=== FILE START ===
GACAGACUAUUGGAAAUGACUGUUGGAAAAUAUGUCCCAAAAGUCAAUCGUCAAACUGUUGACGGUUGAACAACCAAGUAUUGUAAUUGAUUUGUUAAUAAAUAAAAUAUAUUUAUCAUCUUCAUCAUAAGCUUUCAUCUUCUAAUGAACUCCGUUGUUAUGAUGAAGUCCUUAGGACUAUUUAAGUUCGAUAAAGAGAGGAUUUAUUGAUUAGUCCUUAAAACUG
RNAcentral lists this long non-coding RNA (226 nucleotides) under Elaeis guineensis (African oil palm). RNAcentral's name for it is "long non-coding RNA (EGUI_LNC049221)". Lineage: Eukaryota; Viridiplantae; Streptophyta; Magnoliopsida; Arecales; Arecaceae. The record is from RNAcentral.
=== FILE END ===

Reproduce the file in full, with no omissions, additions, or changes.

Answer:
GACAGACUAUUGGAAAUGACUGUUGGAAAAUAUGUCCCAAAAGUCAAUCGUCAAACUGUUGACGGUUGAACAACCAAGUAUUGUAAUUGAUUUGUUAAUAAAUAAAAUAUAUUUAUCAUCUUCAUCAUAAGCUUUCAUCUUCUAAUGAACUCCGUUGUUAUGAUGAAGUCCUUAGGACUAUUUAAGUUCGAUAAAGAGAGGAUUUAUUGAUUAGUCCUUAAAACUG
RNAcentral lists this long non-coding RNA (226 nucleotides) under Elaeis guineensis (African oil palm). RNAcentral's name for it is "long non-coding RNA (EGUI_LNC049221)". Lineage: Eukaryota; Viridiplantae; Streptophyta; Magnoliopsida; Arecales; Arecaceae. The record is from RNAcentral.